It’s safe to say Ty McCormack ended his cross country career at North Hall High on a bitter note. The same can’t be said about how he started his career at Clemson University.
After failing to win the Class AAA championship as a senior, McCormack won his first college race, finished second in his second, and had what he called his “biggest win” at the third race of the year, the Charlotte Invitational in North Carolina.
“The adjustment wasn’t as hard as I thought it would be,” McCormack said. “College races are five miles, and although high school races are only three, I was ready for that.”
He could say that again.
McCormack finished his freshman season by finishing 15th in the ACC championships and Region championships that qualified him for first team All-ACC and first-team All-Region. Unfortunately for McCormack, his individual finishes didn’t help the Tigers reach Nationals.
“To be honest, we were just too inexperienced and not ready for a lot of races,” McCormack said. “It takes time to adjust, but in the future, we have a great group of kids and a great coach and I think we’ll have more success.”
Adjusting to running in college might have been easy, but the change of lifestyle was difficult for McCormack, despite the fact he made multiple trips back to Gainesville and even watched his former team race three times this year. McCormack even tried to convince Class AAA champion and former teammate Cody Barger to attend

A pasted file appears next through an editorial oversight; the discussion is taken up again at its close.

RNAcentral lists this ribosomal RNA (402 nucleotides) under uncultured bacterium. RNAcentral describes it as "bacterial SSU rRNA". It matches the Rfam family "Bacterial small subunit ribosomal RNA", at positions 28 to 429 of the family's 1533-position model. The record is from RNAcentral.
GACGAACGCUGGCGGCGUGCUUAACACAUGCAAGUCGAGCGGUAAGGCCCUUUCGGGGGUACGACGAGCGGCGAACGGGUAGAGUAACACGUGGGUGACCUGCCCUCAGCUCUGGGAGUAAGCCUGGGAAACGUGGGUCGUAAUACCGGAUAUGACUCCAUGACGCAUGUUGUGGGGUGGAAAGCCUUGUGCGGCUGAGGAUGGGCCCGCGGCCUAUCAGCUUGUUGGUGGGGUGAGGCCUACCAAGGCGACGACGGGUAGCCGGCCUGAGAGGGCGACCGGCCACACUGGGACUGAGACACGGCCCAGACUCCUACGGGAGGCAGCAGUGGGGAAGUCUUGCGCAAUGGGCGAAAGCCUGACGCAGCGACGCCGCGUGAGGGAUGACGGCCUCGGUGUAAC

Clemson, but the soon-to-be-graduated senior decided he wanted to attend West Point.
When Barger does enroll at West Point, he won’t have to worry about the same problem McCormack had.
“Just managing my time and not having a structured schedule was the hardest adjustment,” he said. “Academics was a concern early on.”
He also had to adjust to spending more time in the weight room, something he didn’t concern himself with while in high school.
“We had to lift two to three times a week,” he said. “Luckily we’re in there for only about an hour and then we get to leave.”
When not working out or running his 12 miles a day, he spent the majority of his time with his roommates, who are all cross country runners and hail from New York, South Carolina and Indiana.
Although the four were from different parts of the country, they were able to form a solid relationship due to their respective love of running.
“Having that common interest has helped us bond,” McCormack said. “They’re going to be my lifelong friends and I feel fortunate to have met them.”
Now that his first season is over, McCormack is back in Gainesville visiting his family, his girlfriend Laura Mancin, and preparing for next year with fellow former Trojan and current University of Georgia runner Nick Long.
“It’s nice to have friends in the area who will run with you,” McCormack said. “We keep pushing through even if it’s 20 degrees.”
That dedication to running has McCormack poised for another strong season as a sophomore, but that’s not on his mind right now. He plans to redshirt during the upcoming indoor season in order to prepare for the World Cross Country Championships in February.
“If all goes well, I’ll be running for the United States in March in Spain,” he said.